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Michael Levine and Ralph Roskies Leave Legacy in

After 30 years at the helm of the Pittsburgh Supercomputing Center (PSC), co-founders Michael Levine and Ralph Roskies stepped down from their positions as co-directors of the center. Levine, who is a professor in the Department of Physics, also has retired from the Carnegie Mellon physics faculty.

Levine and Roskies, along with Westinghouse’s Jim Kasdorf, established the PSC in response to the growing need for bigger and better computers to support the research being done at Carnegie Mellon, the University of Pittsburgh and other centers across the country.

“What Mike and Ralph created in the PSC has stood the test of time, providing lasting value to the national science community,” said Nick Nystrom, PSC’s interim director. “Their vision led to a wealth of discoveries that expanded human knowledge and improved the way we live and work.”

Under their direction, the PSC has built 19 highly advanced and productive high-performance computing systems, often designing and deploying the first generation of many machines and developing custom instruments. Today’s systems at the PSC combine high-performance computing, artificial intelligence and big data to help researchers in the hard sciences as well as biology, social science and the digital humanities—disciplines that have recently become in need of computing power that can deal with large datasets.

Starting with the delivery of the center’s first supercomputer in 1986, the PSC’s founders created an environment for innovation at each stage, from winning the first grant from the National Science Foundation that established the center to hiring key people with unique skills and then empowering them to make innovative contributions. They fostered a community of scientific and computing researchers that enable scientific discovery by re-thinking the architecture and software of the systems they make available.

In honor of their accomplishments, Feb. 16 was proclaimed Michael Levine and Ralph Roskies Day in Pittsburgh and Allegheny County.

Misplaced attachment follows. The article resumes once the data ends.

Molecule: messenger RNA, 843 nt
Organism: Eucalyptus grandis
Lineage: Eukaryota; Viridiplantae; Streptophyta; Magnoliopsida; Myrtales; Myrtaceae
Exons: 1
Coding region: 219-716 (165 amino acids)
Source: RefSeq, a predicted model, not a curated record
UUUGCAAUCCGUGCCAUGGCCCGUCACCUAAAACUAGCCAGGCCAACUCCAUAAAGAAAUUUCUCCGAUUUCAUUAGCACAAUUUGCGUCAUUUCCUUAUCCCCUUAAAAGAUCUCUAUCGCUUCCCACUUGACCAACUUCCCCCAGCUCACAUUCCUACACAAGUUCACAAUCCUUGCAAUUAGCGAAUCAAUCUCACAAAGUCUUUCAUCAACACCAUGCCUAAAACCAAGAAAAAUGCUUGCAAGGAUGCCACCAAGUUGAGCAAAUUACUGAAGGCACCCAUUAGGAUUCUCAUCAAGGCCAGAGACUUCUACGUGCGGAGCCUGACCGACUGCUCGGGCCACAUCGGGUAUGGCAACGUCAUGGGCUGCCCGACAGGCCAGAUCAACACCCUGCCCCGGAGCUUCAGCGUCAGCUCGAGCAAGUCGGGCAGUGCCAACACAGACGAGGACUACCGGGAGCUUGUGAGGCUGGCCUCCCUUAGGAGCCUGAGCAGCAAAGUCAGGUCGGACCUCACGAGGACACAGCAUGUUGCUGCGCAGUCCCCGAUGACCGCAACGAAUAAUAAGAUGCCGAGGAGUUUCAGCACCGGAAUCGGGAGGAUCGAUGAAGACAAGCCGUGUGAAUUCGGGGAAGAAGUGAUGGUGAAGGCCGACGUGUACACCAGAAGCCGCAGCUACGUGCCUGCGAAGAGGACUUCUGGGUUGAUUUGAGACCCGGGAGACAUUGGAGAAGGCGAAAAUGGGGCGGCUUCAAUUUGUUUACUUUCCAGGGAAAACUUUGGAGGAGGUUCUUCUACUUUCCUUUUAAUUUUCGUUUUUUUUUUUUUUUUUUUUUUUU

Retiring Faculty


The professor of biological sciences has been a member of the Mellon College of Science Faculty since 1978. Hackney has made significant contributions to the understanding of the mechanisms, regulation and structure of enzymes, specifically the relationships between enzyme structure and function. He has completed influential work elucidating the structure and function of kinesin molecular motors, proteins that move important cargo around the cell.


The Alumni Professor of Biological Sciences has been a member of the Mellon College of Science faculty since 1979 when he came to Carnegie Mellon as head of the Department of Biological Sciences. In 1985, he founded the multidisciplinary Pittsburgh NMR Center for Biomedical Research, a joint program between Carnegie Mellon and the University of Pittsburgh. Ho is a pioneer in the field of magnetic resonance imaging (MRI) cell tracking and is researching ways to improve the delivery of chemotherapy nanodrugs.


The professor of chemistry joined the MCS faculty in 1984. His research uses light scattering and statistical mechanics to study the structure and dynamics of macromolecular systems. For his work, he won the National Academy of Sciences Award for Initiatives in Research in 1981. Patterson is also known for his work as a historian, having published numerous books and articles on the history of chemistry.


The professor of physics joined the Carnegie Mellon faculty in 1967 shortly after graduating with his doctorate from Princeton University. Russ’ career has focused on accelerator-based, high energy physics experiments, including the Collider Detector at Fermilab and the Compact Muon Solenoid at the Large Hadron Collider. He served as the spokesperson for the Segmented Large X Baryon Spectrometer (SELEX) project that studied charmed baryon production and decay at Fermilab.



The professor of physics has been a member of the physics faculty since 1981. His early research focused on taking X-ray and other measurements of thin films, and his most recent work uses High Energy X-ray Diffraction Microscopy (HEDM) to study the microstructures in bulk crystalline and polycrystalline materials. He invented a technique that uses high energy X-rays and high-performance computing to create 3D maps of the microstructure of hard materials that can be used to develop stronger materials.



The professor of physics joined the Carnegie Mellon faculty in 1983. Vogel conducted high energy physics at particle accelerator laboratories including CERN, the Cornell Laboratory for Elementary-Particle Physics, the Stanford Linear Accelerator and DESY, searching for new quarks and leptons beyond those already found. In addition to his research, Vogel was well respected as an educator, having received MCS’s Julius Ashkin Award, Richard Moore Award and the university’s William H. and Frances S. Ryan Award for Meritorious Teaching.



The Maxwell and Gloria C. Connan Professor of Life Sciences joined the Carnegie Mellon faculty in 1982. In 1992, he became vice chairman of Biological Detection Systems, a spin-off company based on his research. He returned to Carnegie Mellon in 1999 to become the director of the Molecular Biosensor Imaging Center. Considered one of the top scientists in the field of fluorescent probes, Waggoner invented CyDyes, cyanine dyes that have furthered the understanding of how genes and cellular functions are regulated.